Austria’s decision to expel imams linked with Turkish religious authority sparked an ongoing diplomatic spat, with both sides framing the tug of war in theological language, pointing to the prevalence of ‘identity politics’ and ‘culture wars’ in the domestic political realm.
“The measures taken by the Austrian prime minister are, I fear, leading the world toward a war between the cross and the crescent,” President Recep Tayyip Erdogan said on Saturday, portraying the feud in the form of the clash of civilizations.
On Friday, Chancellor Sebastian Kurz‘s coalition government took a step for the expulsion of 60 imams and their families over the charge of expanding ‘political Islam’ in the country. The Viennese government also considers shutting down seven mosques linked with the Turkish-Islamic Cultural Associations (ATIB), a branch of Turkey’s Religious Affairs Directorate (DIYANET).
The mosques and imams are funded by Ankara and affiliated with ATIB.
Interior Minister Herbert Kickl from the far-right Freedom Party (FPOe) pioneered the move as part of the coalition government’s hardening stance to contain the reach of political Islam and Islamist groups in Austria. Vienna emerged as one of the most avowed opponents against immigration from Muslim countries as the EU still wrestles with the socio-political impact of the sudden migration flow in 2015 and 2016.
On Monday, President Erdogan denounced the decision and even adopted a threatening tone against Chancellor Kurz.
“Look! You are still too young. You need to gain experience. Don’t forget this: Your apprenticeship, your attitudes would create a lot of troubles for you,” President Erdogan said, excoriating the Austrian chancellor for what he says fomenting religious hatred.
“Know that shutdown of a mosque in Austria, the expulsion of clergy and Muslims from Austria would trigger a new struggle between the cross and crescent, and you would be the responsible for that,” Erdogan added.
Whatever the form of ties between Ankara and Vienna, domestic considerations seem to play a defining role in the latest row between two countries. The formation of a right-wing coalition government has changed the political complexion in Austria and animated the populist discourse toward the Muslim Turkish minority, which is seen under influence of Erdogan’s political party.
“The rationale for these proposed actions is to be understood above all by reference to domestic Austrian politics. They are closely linked to the two governing parties’ election manifestos, in which they amongst other things promised to act against what they deemed to be ‘political Islam”,” Kurt Richard Luther, Professor of Comparative Politics at Keele University, told Globe Post Turkey.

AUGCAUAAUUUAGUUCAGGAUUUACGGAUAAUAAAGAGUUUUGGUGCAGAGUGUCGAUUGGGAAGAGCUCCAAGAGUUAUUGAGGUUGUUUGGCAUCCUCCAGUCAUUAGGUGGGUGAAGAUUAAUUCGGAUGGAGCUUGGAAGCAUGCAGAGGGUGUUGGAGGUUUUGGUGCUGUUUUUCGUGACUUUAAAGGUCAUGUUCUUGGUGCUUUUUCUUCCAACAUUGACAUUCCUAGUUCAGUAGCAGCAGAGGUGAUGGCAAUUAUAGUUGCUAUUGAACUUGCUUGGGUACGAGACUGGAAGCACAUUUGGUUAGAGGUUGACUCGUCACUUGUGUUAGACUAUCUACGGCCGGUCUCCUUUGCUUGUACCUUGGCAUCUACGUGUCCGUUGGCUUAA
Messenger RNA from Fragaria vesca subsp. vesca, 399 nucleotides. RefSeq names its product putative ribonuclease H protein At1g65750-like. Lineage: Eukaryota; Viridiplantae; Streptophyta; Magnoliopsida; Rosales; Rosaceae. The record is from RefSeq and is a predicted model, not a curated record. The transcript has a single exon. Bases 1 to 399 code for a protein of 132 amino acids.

“What exactly the latter means is, of course, unclear, but this relates to an anti-immigrant and Islamophobic sentiment that has been growing not only in Austria, but across a range of European countries,” he noted.
According to him, these proposed actions are no doubt intended to signal to their supporters that they will act on their promises. But it is also worth noting that whilst such sentiment has been growing in Austria, there are also groups that strongly oppose it.
Soon after the Austrian move against the Turkish imams, leaders of far-right parties in France and Italy offered full-throated support for the measures. Marine Le Pen of National Front in France and Matteo Salvini of the Northern League expressed their endorsement of Kurz’s policies.
Le Pen wrote on Twitter that “Austria is taking things in hand and showing that ‘when you want to, you can!’”
Salvini, on his part, tweeted that “Those who exploit their faith to endanger a country’s security should be expelled!”
What triggered the latest action by the Austrian government was a play by children to remember the Ottoman Empire’s victory against Allied Powers during Gallipoli War in 1915. The play, involving kids with blood-soaked costumes, took place in a mosque run by ATIB and drew the ire of the authorities when its photos released by Falter Weekly.
“Parallel societies, political Islam and radicalization have no place in our country,” Chancellor Kurz said last week.
Austrian Muslims strongly denounced the move. Vienna wants to “discredit the religious community,” Ibrahim Olgun, head of Austria’s main federation of Muslim residents (IGGiOe), told AFP.
He warned of undesired side effects of the policy aimed at controlling ‘political Islam.’ “It would lead to a weakening of structures within the Muslim community in Austria,” Olgun said.
To Professor Luther, the immediate impact of the government’s move in Austria is difficult to assess, not least as the exact actions are yet unclear. “The government would probably argue that the prime impact would be to legitimize and thus heighten the anti-immigrant and Islamophobic sentiment.”
For Turkey, he said, he “would be surprised if they were not a useful weapon in the Turkish President’s campaign armory.”